Der Judenstaat

Der Judenstaat

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Der Judenstaat is a book written by Theodor Herzl
Theodor Herzl
Theodor Herzl , born Benjamin Ze’ev Herzl was an Ashkenazi Jew Austro-Hungarian journalist and the father of modern political Zionism and in effect the State of Israel.-Early life:...

 and published in 1896 in Leipzig
Leipzig
Leipzig Leipzig has always been a trade city, situated during the time of the Holy Roman Empire at the intersection of the Via Regia and Via Imperii, two important trade routes. At one time, Leipzig was one of the major European centres of learning and culture in fields such as music and publishing...

 and Vienna
Vienna
Vienna is the capital and largest city of the Republic of Austria and one of the nine states of Austria. Vienna is Austria's primary city, with a population of about 1.723 million , and is by far the largest city in Austria, as well as its cultural, economic, and political centre...

 by M. Breitenstein's Verlags-Buchhandlung. It is subtitled with "Versuch einer modernen Lösung der Judenfrage", "Proposal of a modern solution for the Jewish question", and originally called "Address to the Rothschilds" referring to the Rothschild family
Rothschild family
The Rothschild family , known as The House of Rothschild, or more simply as the Rothschilds, is a Jewish-German family that established European banking and finance houses starting in the late 18th century...

 banking dynasty.

It is considered one of the most important texts of early Zionism
Zionism
Zionism is a Jewish political movement that, in its broadest sense, has supported the self-determination of the Jewish people in a sovereign Jewish national homeland. Since the establishment of the State of Israel, the Zionist movement continues primarily to advocate on behalf of the Jewish state...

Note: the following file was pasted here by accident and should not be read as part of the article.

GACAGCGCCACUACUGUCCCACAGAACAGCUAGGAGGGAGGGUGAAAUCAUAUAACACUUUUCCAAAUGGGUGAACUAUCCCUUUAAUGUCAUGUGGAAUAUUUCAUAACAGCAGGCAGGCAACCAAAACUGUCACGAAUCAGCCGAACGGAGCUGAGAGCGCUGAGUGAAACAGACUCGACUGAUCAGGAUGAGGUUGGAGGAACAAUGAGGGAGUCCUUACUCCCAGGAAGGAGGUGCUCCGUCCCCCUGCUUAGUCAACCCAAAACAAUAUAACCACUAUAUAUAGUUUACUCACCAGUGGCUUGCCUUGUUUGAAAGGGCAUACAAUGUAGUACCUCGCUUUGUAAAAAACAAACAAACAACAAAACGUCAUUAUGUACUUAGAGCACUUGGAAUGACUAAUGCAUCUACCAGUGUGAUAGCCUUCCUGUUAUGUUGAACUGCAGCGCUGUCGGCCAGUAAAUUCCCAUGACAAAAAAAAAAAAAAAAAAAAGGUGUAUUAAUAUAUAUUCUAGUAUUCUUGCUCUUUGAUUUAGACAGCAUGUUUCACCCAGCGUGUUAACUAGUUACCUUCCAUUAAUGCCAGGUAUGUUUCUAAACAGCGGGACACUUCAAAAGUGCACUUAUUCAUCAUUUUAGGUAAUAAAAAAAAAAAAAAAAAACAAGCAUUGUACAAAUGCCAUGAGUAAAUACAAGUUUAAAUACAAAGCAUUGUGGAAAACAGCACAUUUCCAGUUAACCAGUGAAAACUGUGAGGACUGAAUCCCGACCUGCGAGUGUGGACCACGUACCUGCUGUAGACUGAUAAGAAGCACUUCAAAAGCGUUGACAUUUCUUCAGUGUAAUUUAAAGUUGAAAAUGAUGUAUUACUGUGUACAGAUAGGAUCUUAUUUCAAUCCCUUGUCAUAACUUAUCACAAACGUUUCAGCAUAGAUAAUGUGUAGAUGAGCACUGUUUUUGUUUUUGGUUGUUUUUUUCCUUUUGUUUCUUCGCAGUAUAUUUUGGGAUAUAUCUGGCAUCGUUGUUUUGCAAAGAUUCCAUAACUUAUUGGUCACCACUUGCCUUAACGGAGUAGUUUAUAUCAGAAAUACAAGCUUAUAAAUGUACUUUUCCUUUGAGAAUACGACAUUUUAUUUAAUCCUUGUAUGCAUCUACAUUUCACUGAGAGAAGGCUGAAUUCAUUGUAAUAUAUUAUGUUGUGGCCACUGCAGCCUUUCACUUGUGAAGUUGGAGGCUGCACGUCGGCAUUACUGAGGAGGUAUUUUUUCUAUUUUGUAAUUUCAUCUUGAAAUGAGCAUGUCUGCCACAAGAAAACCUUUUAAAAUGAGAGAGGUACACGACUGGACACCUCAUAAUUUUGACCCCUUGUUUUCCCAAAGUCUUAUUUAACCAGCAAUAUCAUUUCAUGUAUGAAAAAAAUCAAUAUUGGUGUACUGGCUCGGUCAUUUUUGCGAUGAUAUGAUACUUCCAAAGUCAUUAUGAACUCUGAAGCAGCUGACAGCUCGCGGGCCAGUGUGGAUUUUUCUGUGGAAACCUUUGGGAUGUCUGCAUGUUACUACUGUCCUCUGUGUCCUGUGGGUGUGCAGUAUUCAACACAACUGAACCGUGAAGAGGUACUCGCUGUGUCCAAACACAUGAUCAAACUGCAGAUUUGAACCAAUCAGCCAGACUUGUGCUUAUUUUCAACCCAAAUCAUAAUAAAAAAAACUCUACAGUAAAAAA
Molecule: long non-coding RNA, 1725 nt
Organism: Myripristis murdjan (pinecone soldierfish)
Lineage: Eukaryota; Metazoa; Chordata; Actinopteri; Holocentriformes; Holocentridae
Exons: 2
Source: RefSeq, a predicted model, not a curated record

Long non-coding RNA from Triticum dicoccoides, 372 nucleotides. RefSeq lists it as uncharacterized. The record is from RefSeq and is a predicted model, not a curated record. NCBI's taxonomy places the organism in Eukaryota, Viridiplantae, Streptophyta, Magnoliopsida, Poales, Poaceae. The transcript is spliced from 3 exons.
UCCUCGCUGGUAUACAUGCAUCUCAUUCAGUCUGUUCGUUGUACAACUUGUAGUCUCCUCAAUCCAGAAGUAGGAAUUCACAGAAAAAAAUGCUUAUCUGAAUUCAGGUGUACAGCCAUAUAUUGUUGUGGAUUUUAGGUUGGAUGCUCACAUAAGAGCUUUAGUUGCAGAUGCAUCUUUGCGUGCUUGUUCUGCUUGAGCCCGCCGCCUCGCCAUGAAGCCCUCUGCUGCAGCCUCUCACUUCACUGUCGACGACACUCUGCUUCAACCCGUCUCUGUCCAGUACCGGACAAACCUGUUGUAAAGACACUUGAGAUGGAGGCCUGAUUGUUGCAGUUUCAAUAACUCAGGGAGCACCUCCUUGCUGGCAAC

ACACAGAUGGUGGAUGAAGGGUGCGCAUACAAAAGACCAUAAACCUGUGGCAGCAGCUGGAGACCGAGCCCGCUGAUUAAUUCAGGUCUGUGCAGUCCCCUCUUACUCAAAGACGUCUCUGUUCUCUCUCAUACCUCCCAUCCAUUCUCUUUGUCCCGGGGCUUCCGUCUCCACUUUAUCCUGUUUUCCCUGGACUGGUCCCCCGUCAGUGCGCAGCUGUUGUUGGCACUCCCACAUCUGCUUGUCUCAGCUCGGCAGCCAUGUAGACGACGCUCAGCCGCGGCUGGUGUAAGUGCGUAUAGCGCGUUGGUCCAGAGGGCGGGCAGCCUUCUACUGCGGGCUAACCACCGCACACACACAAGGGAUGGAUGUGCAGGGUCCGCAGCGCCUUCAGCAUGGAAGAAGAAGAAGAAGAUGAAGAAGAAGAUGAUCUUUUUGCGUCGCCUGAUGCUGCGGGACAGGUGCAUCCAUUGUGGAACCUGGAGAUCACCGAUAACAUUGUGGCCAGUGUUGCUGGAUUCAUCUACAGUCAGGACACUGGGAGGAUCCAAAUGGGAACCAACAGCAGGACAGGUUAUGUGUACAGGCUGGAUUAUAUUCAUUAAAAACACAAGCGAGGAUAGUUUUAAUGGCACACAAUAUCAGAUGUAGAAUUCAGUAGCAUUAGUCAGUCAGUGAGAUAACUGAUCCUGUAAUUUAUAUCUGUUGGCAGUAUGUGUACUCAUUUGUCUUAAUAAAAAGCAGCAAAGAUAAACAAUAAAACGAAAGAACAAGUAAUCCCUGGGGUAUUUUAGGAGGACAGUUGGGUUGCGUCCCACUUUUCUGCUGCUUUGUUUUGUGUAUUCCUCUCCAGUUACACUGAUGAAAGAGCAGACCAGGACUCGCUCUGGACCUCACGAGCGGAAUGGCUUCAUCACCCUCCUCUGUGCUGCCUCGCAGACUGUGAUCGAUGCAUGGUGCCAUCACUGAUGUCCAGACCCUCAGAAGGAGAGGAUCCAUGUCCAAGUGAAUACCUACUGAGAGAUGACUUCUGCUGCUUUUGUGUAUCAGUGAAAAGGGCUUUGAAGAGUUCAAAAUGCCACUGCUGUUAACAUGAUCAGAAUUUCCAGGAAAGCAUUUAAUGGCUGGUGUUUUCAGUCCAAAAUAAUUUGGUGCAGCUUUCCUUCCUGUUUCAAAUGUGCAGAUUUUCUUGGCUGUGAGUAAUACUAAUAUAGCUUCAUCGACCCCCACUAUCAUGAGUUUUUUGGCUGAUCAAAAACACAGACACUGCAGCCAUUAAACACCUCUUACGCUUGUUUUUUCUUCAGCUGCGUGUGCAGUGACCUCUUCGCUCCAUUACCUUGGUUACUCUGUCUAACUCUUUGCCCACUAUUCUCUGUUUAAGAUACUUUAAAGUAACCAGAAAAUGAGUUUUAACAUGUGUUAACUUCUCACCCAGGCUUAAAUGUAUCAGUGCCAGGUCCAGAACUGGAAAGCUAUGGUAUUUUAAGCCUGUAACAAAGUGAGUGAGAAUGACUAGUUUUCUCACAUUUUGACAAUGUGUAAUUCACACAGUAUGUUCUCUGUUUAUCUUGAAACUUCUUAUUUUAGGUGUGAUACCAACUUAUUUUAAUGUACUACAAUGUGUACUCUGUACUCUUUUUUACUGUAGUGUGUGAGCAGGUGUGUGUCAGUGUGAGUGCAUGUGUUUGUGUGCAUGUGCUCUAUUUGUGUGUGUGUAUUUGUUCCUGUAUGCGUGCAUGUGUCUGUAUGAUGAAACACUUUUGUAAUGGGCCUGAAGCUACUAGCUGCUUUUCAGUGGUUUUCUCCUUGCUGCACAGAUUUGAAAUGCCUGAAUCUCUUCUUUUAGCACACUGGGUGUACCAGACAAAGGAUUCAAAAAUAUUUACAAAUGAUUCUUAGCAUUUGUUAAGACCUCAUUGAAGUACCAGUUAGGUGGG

. As expressed in this book, Herzl envisioned the founding of a future independent Jewish state
Jewish state
A homeland for the Jewish people was an idea that rose to the fore in the 19th century in the wake of growing anti-Semitism and Jewish assimilation. Jewish emancipation in Europe paved the way for two ideological solutions to the Jewish Question: cultural assimilation, as envisaged by Moses...

 during the 20th century. He argued that the best way to avoid anti-Semitism in Europe was to create this independent Jewish state. Herzl, who had lived as a secular, largely assimilated
Cultural assimilation
Cultural assimilation is a socio-political response to demographic multi-ethnicity that supports or promotes the assimilation of ethnic minorities into the dominant culture. The term assimilation is often used with regard to immigrants and various ethnic groups who have settled in a new land. New...

 Jew, was fluent in neither Hebrew nor Yiddish. His lack of contact with Jewish culture and intellectual currents, and his limited contact with Jews less assimilated than he prior to hitting upon the idea of a Jewish return to Zion, led him to imagine that popular Jewish support for a Jewish State elsewhere than in Palestine was conceivable.[needs citation] In Der Judenstaat, Herzl noted the possibility of a Jewish state in Argentina
Argentina